Myst is a graphic adventure video game designed and directed by the brothers Robyn and Rand Miller. It was developed by Cyan Worlds, a Spokane, Washington-based studio, and published and distributed by Bröderbund. The Millers began working on Myst in 1991 and released it for the Macintosh computer on September 24, 1993; it was developer Cyan's largest project to date.
Myst puts the player in the role of the Stranger, who uses a special book to travel to the island of Myst. There, the player uses other special books written by an artisan and explorer named Atrus to travel to several worlds known as "Ages". Clues found in each of these Ages help reveal the back-story of the game's characters.
The Myst creative team consisted of the brothers Rand and Robyn Miller, with help from sound designer Chris Brandkamp, 3D artist and animator, Chuck Carter, Richard Watson, Bonnie McDowall, and Ryan Miller, who together made up Cyan, Inc. The company had previously only made children's games. Myst was conceived by the brothers as a challenging but aesthetically simple game that would appeal to adults; Myst was not only the largest collaboration Cyan had attempted at the time, but also took the longest to develop. According to Rand Miller, the brothers spent months solely designing the look and puzzles of the Ages, which were influenced by earlier whimsical "worlds" made for children. According to the creators, the game's name, as well as the overall solitary and mysterious atmosphere of the island, was inspired by the book The Mysterious Island by Jules Verne.
RealMyst Info (this is what I'm actually playing!)
realMyst: Interactive 3D Edition was a remake of Myst released in November 2000 for Windows PCs, and in January 2002 for Mac. Unlike Myst and the Masterpiece Edition, realMyst featured free-roaming, real-time 3D graphics instead of pre-rendered stills. Weather effects like thunderstorms, sunsets, and sunrises were added to the Ages, and minor additions were made to keep the game in sync with the story of the Myst novels and sequels. The game also added a new Age called Rime, which is featured in an extended ending. realMyst was developed by Cyan, Inc. and Sunsoft, and published by Ubisoft. While the new interactivity of the game was praised, realMyst ran extremely slowly on most computers of the time.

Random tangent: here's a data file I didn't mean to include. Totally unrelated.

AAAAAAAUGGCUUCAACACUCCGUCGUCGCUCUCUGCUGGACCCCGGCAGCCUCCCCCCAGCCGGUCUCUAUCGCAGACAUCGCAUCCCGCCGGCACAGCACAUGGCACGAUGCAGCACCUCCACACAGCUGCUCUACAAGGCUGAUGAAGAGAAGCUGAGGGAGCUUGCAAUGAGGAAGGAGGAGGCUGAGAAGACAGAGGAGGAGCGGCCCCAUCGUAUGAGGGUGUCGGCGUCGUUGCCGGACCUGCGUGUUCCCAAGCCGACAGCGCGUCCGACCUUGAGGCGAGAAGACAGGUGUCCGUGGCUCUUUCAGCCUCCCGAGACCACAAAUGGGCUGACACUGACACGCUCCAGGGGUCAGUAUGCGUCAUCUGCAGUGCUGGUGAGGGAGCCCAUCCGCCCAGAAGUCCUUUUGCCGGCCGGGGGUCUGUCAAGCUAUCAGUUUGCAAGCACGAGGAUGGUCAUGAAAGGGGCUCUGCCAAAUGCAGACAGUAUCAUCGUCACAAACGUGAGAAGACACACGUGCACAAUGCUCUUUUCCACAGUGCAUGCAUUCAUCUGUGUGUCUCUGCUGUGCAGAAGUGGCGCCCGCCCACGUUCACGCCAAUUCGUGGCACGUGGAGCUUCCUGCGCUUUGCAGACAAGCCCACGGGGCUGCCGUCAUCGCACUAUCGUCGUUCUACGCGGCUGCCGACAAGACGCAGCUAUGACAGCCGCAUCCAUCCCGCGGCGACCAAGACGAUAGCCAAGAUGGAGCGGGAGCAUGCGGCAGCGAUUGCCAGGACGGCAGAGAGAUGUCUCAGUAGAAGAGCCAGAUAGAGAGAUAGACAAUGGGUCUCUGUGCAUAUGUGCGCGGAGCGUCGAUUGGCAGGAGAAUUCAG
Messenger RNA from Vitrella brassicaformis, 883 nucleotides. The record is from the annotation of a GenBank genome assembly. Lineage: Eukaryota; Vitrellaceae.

Things That May Go Wrong
- I sometimes slip up in speech and may say things that are not true.
Consider me an unreliable narrator.
If something I say doesn't make sense to you or is wrong, please inform me so I can correct my horrible misinformation.
- RealMyst is known for having atrocious controls.
So much so that many reviewers saw fit to deduct nearly twenty points for solely that reason. The first few videos are a bit shaky, bear with me. (the other being that it ran slow on computers from the year 2000.
Not too worried about that now.) If I look like I am struggling into an elevator or to wrangle the camera into position, then chances are it is because I am.
- I might die. Actually no, I can pretty much guarantee this is one thing that won't go wrong.
- Viddler is a jerk. Seriously, unless your bandwidth can't handle downloading or watching blip, don't watch it.
Well, this is a Video Let's Play, where are the...
SPECIAL UPDATE INFORMATION
Because I am paranoid and don't want to lose these videos to the void should blip.tv decide to go suicidal, and
since Youtube has granted me the magic of inifinite video length, I've decided to fully abuse these new powers to
create an alternate youtube host for those that would prefer it. It's too late to add it as part of the episode list so just watch it from the youtube profile page list. Enjoy.
YOUTUBE HOSTED: Youtube
END OF SPECIAL UPDATE INFORMATION